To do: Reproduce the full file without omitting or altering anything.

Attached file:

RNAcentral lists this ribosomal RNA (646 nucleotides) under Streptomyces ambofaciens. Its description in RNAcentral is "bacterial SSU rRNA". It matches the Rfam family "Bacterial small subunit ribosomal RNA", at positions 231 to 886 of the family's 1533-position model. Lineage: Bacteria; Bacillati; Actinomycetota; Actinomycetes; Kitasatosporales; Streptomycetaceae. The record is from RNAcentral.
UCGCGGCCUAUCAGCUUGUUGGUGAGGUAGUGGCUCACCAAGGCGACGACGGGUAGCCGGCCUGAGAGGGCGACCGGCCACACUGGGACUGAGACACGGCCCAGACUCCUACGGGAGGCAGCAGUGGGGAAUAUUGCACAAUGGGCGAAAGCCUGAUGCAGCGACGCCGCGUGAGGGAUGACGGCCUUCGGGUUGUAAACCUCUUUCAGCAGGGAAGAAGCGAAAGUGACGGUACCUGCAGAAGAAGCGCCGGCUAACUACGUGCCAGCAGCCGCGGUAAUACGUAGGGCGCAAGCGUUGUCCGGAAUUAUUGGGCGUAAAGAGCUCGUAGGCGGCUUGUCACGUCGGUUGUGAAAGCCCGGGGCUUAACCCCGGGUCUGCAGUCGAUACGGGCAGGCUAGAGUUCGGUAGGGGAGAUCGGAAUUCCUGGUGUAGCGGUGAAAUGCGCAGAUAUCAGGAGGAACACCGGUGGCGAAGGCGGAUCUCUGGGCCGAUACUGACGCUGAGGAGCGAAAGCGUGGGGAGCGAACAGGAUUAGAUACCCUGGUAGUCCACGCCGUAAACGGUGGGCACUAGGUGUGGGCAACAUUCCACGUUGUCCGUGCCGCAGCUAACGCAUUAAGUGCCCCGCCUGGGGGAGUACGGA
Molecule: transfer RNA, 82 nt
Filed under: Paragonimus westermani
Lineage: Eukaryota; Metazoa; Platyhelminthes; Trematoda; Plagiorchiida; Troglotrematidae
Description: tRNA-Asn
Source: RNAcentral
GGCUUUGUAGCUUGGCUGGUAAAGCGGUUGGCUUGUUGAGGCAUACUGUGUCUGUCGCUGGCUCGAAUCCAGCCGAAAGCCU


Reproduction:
RNAcentral lists this ribosomal RNA (646 nucleotides) under Streptomyces ambofaciens. Its description in RNAcentral is "bacterial SSU rRNA". It matches the Rfam family "Bacterial small subunit ribosomal RNA", at positions 231 to 886 of the family's 1533-position model. Lineage: Bacteria; Bacillati; Actinomycetota; Actinomycetes; Kitasatosporales; Streptomycetaceae. The record is from RNAcentral.
UCGCGGCCUAUCAGCUUGUUGGUGAGGUAGUGGCUCACCAAGGCGACGACGGGUAGCCGGCCUGAGAGGGCGACCGGCCACACUGGGACUGAGACACGGCCCAGACUCCUACGGGAGGCAGCAGUGGGGAAUAUUGCACAAUGGGCGAAAGCCUGAUGCAGCGACGCCGCGUGAGGGAUGACGGCCUUCGGGUUGUAAACCUCUUUCAGCAGGGAAGAAGCGAAAGUGACGGUACCUGCAGAAGAAGCGCCGGCUAACUACGUGCCAGCAGCCGCGGUAAUACGUAGGGCGCAAGCGUUGUCCGGAAUUAUUGGGCGUAAAGAGCUCGUAGGCGGCUUGUCACGUCGGUUGUGAAAGCCCGGGGCUUAACCCCGGGUCUGCAGUCGAUACGGGCAGGCUAGAGUUCGGUAGGGGAGAUCGGAAUUCCUGGUGUAGCGGUGAAAUGCGCAGAUAUCAGGAGGAACACCGGUGGCGAAGGCGGAUCUCUGGGCCGAUACUGACGCUGAGGAGCGAAAGCGUGGGGAGCGAACAGGAUUAGAUACCCUGGUAGUCCACGCCGUAAACGGUGGGCACUAGGUGUGGGCAACAUUCCACGUUGUCCGUGCCGCAGCUAACGCAUUAAGUGCCCCGCCUGGGGGAGUACGGA
Molecule: transfer RNA, 82 nt
Filed under: Paragonimus westermani
Lineage: Eukaryota; Metazoa; Platyhelminthes; Trematoda; Plagiorchiida; Troglotrematidae
Description: tRNA-Asn
Source: RNAcentral
GGCUUUGUAGCUUGGCUGGUAAAGCGGUUGGCUUGUUGAGGCAUACUGUGUCUGUCGCUGGCUCGAAUCCAGCCGAAAGCCU